by Lynne Connolly, historical (2008)
Samhain Publishing, $5.50, ISBN 1-59998-892-5
If you have read Lynne Connolly's A Chance To Dream, chances are you will remember Perdita Garland, the sister of the hero of that book. By the end of that book, Perdita has finally gotten over her self-pity blues about her legs being broken in an accident.
Now that she's back in the London ballrooms, she's getting her own story in Met By Chance. Her beau is Charles Dalton, the Marquess of Petherbridge. She knows that the Marquess - whose late wife was French and whose eccentricities are therefore attributed to his stay in France - is causing many tongues to wag in his rounds around town, but she doesn't know what to think about his whole rara avis androgynous popinjay exterior. Nonetheless, when his sister Millicent starts showing up in the company of Conrad Stalwood, the same sleazeball that caused Perdita's accident, Perdita feels obligated to warn Charles about the man his sister is flirting with.
There are more to this story than the above synopsis, mind you, with Perdita and Charles getting to know each other better in the meantime and all the charming scenes that result. What I really enjoy about Met By Chance is how Ms Connolly allows her characters to be who they are without forcing them too much to be cookie-cutter historical romance stereotypes. For example, Aimée is a spoiled little girl and Perdita, instead of putting on the Sainted Mother of the Year mantle that many other heroines would do, is actually not amused. She knows that Aimée needs a firm hand, but she doesn't volunteer to be that person. In fact, she finds Aimée a good reason not to get too close to Charles. That is a pretty understandable human reaction from Perdita, and I like that.
Perdita is a very nice heroine here as she is smart and strong-willed without pulling off any stupid stunts under the pretense of being feisty. She still has some lingering phobia related to her accident, but she's determined not to let anyone use her weakness against her. I also like how she approaches the possibility of a relationship with any eligible bachelors with a reasonable level-headed perspective instead of... well, pulling off stupid stunts like insisting that she will never marry only to sleep with the hero at the earliest opportunity or any similar nonsense. Really, Perdita is such a reasonable heroine here that I am totally charmed by her.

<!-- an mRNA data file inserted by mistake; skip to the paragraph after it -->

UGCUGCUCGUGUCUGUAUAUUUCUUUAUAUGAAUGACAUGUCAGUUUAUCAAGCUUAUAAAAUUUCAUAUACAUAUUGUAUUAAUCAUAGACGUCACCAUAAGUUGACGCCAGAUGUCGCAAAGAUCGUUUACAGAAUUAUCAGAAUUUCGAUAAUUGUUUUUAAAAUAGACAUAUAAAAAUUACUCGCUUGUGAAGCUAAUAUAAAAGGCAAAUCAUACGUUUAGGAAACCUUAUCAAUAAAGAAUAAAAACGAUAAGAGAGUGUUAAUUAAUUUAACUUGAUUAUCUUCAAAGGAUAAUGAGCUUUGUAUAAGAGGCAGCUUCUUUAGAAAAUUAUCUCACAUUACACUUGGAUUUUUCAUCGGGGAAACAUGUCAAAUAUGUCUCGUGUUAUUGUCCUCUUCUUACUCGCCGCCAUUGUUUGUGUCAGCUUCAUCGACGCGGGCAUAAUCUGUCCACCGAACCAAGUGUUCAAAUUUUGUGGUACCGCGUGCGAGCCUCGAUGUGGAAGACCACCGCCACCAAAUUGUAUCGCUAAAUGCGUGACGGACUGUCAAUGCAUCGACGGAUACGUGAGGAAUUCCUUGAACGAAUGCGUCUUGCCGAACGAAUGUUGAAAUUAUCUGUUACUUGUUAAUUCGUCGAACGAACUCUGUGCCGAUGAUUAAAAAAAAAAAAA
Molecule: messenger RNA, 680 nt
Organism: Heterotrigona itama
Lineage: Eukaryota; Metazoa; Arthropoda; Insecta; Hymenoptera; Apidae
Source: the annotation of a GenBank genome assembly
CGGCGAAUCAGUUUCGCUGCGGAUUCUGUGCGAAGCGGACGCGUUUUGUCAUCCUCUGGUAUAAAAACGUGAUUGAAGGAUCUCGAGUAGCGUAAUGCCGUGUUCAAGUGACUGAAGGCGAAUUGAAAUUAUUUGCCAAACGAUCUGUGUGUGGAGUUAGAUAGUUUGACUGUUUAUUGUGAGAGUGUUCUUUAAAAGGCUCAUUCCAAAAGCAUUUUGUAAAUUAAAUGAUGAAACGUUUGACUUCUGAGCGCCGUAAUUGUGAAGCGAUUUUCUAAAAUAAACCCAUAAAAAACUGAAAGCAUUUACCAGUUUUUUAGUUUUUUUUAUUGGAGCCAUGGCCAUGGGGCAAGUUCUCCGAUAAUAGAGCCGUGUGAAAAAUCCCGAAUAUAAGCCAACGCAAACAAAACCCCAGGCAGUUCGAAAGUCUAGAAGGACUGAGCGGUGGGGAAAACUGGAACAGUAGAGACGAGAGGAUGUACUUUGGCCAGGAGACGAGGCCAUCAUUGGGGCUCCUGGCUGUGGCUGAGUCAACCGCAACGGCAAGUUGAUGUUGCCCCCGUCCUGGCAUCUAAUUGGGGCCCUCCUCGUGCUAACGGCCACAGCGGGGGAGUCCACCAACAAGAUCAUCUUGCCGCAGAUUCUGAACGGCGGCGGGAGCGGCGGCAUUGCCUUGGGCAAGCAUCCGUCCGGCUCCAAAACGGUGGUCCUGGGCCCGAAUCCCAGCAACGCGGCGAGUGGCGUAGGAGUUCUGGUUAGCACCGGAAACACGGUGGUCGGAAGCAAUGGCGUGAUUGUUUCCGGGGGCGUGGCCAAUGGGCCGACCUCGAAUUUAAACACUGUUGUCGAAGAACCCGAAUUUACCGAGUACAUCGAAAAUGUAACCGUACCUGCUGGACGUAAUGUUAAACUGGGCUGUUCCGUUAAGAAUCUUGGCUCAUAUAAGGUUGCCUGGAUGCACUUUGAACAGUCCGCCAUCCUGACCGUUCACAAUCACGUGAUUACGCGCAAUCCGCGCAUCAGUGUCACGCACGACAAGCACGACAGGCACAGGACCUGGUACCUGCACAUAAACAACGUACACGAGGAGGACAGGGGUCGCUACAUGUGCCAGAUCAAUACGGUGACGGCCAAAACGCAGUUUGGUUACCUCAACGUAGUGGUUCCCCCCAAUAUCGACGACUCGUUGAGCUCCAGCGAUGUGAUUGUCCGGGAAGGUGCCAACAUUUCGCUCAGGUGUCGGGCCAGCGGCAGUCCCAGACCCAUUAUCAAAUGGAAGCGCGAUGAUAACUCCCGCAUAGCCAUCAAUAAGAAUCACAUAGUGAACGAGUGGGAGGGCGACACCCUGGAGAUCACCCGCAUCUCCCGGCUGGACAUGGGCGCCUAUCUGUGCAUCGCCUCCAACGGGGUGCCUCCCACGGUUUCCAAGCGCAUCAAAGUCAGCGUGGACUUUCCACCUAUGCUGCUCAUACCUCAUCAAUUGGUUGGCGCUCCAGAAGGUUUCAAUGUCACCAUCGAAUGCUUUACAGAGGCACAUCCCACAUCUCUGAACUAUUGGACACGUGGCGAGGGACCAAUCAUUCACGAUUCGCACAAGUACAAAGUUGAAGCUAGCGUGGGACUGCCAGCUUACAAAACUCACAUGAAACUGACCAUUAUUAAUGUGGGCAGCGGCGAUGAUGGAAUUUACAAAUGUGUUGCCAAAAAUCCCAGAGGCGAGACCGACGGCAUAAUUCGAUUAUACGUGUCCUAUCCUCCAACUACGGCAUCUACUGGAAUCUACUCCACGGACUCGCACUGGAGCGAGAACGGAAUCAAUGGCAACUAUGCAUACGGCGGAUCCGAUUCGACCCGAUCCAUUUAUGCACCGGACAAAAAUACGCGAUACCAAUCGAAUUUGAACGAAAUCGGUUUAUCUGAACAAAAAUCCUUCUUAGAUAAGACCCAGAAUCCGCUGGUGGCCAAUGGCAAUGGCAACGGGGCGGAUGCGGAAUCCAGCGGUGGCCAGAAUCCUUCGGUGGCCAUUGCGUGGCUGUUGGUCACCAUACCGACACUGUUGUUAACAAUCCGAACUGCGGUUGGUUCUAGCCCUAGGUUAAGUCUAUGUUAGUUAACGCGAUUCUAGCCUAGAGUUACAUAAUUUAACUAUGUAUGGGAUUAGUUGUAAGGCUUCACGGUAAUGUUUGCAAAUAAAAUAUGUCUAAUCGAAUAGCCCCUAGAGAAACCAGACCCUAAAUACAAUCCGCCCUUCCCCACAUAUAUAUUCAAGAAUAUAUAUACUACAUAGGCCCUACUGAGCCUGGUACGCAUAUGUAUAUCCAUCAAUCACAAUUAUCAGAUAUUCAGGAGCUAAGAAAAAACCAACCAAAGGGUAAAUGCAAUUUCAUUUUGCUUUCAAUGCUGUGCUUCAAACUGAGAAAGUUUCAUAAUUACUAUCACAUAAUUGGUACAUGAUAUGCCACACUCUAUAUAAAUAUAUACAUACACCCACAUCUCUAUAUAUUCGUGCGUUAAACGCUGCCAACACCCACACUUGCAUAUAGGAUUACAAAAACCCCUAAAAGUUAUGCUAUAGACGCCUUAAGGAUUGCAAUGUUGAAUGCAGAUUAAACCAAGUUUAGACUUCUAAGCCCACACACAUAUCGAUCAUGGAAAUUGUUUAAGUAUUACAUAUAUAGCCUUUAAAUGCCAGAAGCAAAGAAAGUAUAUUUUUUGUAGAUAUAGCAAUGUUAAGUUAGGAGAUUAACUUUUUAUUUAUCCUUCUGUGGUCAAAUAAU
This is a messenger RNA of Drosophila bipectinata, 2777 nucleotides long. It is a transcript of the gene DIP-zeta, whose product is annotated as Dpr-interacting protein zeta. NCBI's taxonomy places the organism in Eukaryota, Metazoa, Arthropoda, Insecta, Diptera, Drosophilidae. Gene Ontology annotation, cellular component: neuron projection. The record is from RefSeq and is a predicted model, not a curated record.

Charles is also a pretty nice hero. He is always so understanding, so communicative, and so noble, it is almost a pity that his background is that of a cliché of a cheating wife making him feel jaded about love. Nonetheless, it's really enjoyable to follow how he and Perdita get to know each other. There is a nice chemistry between them that is reminiscent of that of a couple in an Amanda Quick novel.
What I feel drags this book down considerably is the external conflict that takes place later in the story. Normally I'd consider this a spoiler but since the publisher website blurb mentions it, I suppose I can do that here as well. You see, Millicent decides to elope with Conrad and Conrad decides to kidnap Aimée to ensure that Charles will hand over a nice sum of money to the newlyweds after the elopement is a sealed deal. Perdita and Charles are forced to chase after those two and Aimée in a long road trip. The problem here is that Millicent and Conrad are one-dimensional hateful types that the story, as a result, turns into a one-dimensional good guys versus bad guys tale. After the initial three-dimensional characters raising my hopes for rich and complex emotional scenes, I am disappointed that it soon devolves into a rather mundane story driven by external conflicts and featuring cardboard villains. Not that Met By Chance is a bad read at this point, it's just a disappointingly ordinary one.
At the end of the day, as much as I have a good time reading Met By Chance, I can't help thinking that Charles and Perdita deserve a much better story than the one they are stuck with.
This book at Amazon.com
This book at Amazon UK
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